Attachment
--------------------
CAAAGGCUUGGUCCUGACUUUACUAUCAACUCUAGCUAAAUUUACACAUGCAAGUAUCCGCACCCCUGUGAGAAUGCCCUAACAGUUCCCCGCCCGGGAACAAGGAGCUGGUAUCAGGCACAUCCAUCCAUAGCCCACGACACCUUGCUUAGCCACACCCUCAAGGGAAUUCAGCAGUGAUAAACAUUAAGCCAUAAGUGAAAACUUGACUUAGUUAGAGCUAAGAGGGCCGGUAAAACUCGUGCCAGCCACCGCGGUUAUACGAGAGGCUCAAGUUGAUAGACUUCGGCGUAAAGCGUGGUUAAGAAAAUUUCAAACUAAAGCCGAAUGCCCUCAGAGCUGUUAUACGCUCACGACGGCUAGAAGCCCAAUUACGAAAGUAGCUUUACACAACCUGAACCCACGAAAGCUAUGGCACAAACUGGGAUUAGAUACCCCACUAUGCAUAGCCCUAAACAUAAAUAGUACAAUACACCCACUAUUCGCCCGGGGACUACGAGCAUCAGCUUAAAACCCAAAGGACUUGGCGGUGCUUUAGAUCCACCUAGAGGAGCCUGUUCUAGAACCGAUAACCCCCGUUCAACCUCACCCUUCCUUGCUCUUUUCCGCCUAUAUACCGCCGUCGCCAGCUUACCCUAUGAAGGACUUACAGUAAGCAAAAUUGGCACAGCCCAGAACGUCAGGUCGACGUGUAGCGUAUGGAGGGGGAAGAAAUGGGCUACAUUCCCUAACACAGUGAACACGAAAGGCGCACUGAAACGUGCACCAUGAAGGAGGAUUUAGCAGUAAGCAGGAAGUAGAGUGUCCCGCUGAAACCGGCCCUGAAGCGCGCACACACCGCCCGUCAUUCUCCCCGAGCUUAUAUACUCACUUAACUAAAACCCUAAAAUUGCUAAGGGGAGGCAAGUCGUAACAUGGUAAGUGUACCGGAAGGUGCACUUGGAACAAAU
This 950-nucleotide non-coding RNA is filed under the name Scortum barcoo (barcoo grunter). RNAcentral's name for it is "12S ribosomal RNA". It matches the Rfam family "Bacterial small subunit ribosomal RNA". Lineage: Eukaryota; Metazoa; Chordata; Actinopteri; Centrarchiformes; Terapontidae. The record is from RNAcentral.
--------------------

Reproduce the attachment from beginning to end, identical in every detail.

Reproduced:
CAAAGGCUUGGUCCUGACUUUACUAUCAACUCUAGCUAAAUUUACACAUGCAAGUAUCCGCACCCCUGUGAGAAUGCCCUAACAGUUCCCCGCCCGGGAACAAGGAGCUGGUAUCAGGCACAUCCAUCCAUAGCCCACGACACCUUGCUUAGCCACACCCUCAAGGGAAUUCAGCAGUGAUAAACAUUAAGCCAUAAGUGAAAACUUGACUUAGUUAGAGCUAAGAGGGCCGGUAAAACUCGUGCCAGCCACCGCGGUUAUACGAGAGGCUCAAGUUGAUAGACUUCGGCGUAAAGCGUGGUUAAGAAAAUUUCAAACUAAAGCCGAAUGCCCUCAGAGCUGUUAUACGCUCACGACGGCUAGAAGCCCAAUUACGAAAGUAGCUUUACACAACCUGAACCCACGAAAGCUAUGGCACAAACUGGGAUUAGAUACCCCACUAUGCAUAGCCCUAAACAUAAAUAGUACAAUACACCCACUAUUCGCCCGGGGACUACGAGCAUCAGCUUAAAACCCAAAGGACUUGGCGGUGCUUUAGAUCCACCUAGAGGAGCCUGUUCUAGAACCGAUAACCCCCGUUCAACCUCACCCUUCCUUGCUCUUUUCCGCCUAUAUACCGCCGUCGCCAGCUUACCCUAUGAAGGACUUACAGUAAGCAAAAUUGGCACAGCCCAGAACGUCAGGUCGACGUGUAGCGUAUGGAGGGGGAAGAAAUGGGCUACAUUCCCUAACACAGUGAACACGAAAGGCGCACUGAAACGUGCACCAUGAAGGAGGAUUUAGCAGUAAGCAGGAAGUAGAGUGUCCCGCUGAAACCGGCCCUGAAGCGCGCACACACCGCCCGUCAUUCUCCCCGAGCUUAUAUACUCACUUAACUAAAACCCUAAAAUUGCUAAGGGGAGGCAAGUCGUAACAUGGUAAGUGUACCGGAAGGUGCACUUGGAACAAAU
This 950-nucleotide non-coding RNA is filed under the name Scortum barcoo (barcoo grunter). RNAcentral's name for it is "12S ribosomal RNA". It matches the Rfam family "Bacterial small subunit ribosomal RNA". Lineage: Eukaryota; Metazoa; Chordata; Actinopteri; Centrarchiformes; Terapontidae. The record is from RNAcentral.